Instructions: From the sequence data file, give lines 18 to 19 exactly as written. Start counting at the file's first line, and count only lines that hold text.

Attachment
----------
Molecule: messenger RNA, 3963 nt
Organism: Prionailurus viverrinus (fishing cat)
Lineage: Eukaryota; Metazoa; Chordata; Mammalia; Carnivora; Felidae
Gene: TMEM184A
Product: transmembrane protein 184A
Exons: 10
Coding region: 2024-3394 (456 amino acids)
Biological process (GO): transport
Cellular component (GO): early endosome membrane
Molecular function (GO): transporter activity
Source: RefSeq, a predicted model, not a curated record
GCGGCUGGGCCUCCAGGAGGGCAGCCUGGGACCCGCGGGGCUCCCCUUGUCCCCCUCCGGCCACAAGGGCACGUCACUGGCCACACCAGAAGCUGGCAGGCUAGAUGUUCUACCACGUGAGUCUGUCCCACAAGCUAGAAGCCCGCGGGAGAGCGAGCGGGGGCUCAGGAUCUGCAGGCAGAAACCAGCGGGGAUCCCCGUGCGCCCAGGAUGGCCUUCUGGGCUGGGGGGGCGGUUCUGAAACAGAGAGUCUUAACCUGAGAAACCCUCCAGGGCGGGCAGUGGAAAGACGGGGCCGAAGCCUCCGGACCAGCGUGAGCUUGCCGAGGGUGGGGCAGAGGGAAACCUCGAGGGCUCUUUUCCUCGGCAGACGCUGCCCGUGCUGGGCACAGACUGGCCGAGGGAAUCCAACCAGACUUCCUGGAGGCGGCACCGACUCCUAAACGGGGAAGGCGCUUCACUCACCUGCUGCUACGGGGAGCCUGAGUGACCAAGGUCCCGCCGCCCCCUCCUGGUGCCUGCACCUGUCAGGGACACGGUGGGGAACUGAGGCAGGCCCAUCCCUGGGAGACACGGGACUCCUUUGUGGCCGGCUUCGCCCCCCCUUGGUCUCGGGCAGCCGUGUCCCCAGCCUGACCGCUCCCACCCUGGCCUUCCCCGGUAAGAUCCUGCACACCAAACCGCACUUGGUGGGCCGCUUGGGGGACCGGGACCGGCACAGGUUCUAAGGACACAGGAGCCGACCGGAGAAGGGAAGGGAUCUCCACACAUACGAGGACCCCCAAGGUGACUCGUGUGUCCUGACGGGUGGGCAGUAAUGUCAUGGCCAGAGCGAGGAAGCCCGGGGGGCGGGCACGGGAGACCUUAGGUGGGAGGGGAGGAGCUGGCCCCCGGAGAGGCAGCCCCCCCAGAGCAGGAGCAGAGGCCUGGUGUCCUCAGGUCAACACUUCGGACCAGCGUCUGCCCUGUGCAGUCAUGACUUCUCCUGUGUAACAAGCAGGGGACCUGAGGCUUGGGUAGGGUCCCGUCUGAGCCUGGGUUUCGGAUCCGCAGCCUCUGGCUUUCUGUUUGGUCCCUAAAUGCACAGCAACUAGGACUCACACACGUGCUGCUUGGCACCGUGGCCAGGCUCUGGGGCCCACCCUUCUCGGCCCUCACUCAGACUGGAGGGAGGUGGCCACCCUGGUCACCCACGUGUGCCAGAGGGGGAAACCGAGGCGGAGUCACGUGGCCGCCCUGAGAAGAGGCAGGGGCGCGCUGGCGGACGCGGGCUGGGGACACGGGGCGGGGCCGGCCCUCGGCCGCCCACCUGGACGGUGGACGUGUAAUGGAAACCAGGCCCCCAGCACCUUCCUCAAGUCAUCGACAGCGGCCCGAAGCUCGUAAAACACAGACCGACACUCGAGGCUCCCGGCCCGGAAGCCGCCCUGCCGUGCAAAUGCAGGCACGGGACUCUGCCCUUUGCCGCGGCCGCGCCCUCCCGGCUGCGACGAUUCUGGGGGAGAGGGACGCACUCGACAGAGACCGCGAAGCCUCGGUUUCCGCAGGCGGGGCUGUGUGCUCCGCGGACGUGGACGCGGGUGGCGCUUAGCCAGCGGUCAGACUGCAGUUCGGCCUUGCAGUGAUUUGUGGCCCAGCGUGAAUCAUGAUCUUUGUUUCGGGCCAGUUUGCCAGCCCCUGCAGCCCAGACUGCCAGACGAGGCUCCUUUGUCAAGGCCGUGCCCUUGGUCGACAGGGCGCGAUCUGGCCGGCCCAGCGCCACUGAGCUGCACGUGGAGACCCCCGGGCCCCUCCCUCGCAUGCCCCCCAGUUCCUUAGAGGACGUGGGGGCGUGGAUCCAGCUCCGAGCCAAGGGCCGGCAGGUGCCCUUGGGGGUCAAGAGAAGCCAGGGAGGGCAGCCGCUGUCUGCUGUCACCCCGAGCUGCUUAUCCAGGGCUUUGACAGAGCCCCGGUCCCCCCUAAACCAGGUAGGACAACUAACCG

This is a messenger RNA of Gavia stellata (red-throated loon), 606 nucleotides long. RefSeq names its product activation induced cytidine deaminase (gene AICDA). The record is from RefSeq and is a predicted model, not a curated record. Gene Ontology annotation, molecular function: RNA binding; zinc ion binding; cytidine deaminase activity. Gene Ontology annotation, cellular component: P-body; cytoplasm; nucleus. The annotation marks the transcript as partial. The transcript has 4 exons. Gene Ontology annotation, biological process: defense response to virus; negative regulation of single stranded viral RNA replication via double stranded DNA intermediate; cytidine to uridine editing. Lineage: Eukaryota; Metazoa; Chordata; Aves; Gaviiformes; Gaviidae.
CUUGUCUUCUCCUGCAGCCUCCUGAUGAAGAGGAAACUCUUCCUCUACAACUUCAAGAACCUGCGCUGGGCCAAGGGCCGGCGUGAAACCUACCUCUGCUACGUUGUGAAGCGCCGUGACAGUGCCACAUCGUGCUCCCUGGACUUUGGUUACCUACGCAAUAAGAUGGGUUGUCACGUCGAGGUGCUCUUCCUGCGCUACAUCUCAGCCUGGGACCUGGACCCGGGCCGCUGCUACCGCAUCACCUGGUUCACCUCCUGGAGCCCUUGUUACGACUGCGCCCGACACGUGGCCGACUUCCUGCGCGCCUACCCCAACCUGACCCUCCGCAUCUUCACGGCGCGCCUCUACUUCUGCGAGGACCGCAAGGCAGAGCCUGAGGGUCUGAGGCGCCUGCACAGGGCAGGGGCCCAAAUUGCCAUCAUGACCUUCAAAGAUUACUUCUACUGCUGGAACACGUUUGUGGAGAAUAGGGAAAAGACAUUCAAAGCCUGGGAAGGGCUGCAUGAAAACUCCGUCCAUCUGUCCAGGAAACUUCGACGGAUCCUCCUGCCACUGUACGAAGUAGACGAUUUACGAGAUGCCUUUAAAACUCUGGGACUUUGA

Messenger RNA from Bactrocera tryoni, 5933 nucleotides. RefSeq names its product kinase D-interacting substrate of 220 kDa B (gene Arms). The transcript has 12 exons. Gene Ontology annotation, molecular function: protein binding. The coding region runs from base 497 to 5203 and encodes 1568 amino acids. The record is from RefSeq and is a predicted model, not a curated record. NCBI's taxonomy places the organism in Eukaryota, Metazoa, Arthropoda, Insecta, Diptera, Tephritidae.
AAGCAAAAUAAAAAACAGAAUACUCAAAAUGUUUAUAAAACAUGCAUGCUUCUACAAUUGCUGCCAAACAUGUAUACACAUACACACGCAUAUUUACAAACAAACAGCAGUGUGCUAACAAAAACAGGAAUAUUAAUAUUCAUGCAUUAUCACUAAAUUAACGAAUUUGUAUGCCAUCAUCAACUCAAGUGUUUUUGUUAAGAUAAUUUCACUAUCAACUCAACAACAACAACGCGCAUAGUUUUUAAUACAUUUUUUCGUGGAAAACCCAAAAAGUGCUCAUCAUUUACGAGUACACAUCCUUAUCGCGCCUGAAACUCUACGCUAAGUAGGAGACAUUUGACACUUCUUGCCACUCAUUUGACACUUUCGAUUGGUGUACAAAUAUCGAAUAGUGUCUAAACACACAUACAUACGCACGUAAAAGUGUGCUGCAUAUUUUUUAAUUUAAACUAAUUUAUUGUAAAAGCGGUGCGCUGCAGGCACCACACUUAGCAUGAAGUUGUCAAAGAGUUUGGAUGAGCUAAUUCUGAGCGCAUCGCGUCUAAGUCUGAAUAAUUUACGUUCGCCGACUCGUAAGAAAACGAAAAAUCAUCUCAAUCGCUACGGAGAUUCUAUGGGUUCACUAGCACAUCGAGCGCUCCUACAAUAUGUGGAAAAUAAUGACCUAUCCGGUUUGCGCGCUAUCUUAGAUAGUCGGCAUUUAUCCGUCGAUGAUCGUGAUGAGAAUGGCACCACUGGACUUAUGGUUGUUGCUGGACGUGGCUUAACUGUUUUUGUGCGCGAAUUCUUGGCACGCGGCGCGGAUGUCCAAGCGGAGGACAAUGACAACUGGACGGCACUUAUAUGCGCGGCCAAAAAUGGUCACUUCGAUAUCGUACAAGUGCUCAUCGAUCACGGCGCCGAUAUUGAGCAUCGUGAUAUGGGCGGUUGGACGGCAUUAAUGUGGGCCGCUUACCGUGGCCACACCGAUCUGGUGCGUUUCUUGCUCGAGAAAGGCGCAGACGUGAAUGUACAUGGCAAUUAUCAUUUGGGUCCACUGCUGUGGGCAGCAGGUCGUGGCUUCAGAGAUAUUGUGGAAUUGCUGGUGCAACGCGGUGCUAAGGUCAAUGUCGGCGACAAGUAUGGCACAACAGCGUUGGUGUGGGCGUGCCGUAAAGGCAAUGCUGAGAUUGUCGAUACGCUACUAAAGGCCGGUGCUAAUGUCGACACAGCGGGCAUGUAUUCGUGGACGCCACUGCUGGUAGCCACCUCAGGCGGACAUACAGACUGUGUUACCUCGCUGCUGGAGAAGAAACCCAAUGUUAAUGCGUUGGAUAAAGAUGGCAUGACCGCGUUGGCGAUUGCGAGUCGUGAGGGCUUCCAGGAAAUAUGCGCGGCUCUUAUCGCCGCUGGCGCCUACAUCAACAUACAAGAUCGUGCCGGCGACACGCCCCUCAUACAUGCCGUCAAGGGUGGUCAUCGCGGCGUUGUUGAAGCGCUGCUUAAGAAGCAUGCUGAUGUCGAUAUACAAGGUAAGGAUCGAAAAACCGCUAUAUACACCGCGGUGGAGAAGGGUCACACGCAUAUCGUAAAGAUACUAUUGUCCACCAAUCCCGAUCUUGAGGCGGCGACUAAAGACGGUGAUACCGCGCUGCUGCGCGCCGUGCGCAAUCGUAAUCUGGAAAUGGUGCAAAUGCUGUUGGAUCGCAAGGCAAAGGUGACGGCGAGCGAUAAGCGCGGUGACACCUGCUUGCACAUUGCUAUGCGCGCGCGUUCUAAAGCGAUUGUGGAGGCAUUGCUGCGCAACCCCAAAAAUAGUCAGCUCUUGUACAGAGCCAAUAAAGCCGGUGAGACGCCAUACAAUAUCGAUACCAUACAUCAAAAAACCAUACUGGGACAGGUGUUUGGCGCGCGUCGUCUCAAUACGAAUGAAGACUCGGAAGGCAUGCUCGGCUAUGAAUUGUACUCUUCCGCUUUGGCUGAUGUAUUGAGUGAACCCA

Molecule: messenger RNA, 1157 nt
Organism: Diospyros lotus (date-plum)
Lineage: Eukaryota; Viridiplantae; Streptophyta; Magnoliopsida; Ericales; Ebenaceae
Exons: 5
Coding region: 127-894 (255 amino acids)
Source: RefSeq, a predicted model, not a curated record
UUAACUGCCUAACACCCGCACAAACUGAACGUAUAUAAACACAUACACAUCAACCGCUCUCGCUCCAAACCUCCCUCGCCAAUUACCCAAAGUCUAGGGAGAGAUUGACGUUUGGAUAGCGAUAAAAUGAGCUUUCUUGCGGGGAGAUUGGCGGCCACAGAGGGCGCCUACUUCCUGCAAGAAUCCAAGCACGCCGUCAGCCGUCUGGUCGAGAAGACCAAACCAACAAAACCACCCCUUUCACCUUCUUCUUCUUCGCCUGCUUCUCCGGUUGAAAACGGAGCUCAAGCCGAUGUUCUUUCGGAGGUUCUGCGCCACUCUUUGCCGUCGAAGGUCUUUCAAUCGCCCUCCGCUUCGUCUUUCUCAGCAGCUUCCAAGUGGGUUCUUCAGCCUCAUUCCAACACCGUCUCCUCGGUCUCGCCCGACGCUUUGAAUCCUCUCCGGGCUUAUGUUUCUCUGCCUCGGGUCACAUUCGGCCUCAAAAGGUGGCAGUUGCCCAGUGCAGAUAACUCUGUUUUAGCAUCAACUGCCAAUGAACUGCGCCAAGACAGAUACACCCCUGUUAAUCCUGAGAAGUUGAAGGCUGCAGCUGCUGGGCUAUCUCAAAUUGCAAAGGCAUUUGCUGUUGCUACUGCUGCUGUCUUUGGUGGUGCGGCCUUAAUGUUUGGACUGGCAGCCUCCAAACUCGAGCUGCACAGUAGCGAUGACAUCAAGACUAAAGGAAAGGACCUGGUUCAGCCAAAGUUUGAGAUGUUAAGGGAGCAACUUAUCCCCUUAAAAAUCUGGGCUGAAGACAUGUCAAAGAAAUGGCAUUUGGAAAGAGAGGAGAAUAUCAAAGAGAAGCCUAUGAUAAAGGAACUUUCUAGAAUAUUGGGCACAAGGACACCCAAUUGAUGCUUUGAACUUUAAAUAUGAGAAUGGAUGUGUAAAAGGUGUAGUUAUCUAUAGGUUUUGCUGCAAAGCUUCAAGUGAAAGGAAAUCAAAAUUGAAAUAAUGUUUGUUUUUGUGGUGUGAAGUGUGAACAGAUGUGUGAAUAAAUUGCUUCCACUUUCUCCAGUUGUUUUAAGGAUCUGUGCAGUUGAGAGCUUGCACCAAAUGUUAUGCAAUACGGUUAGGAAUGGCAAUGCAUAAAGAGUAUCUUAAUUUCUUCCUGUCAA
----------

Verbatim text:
Organism: Diospyros lotus (date-plum)
Lineage: Eukaryota; Viridiplantae; Streptophyta; Magnoliopsida; Ericales; Ebenaceae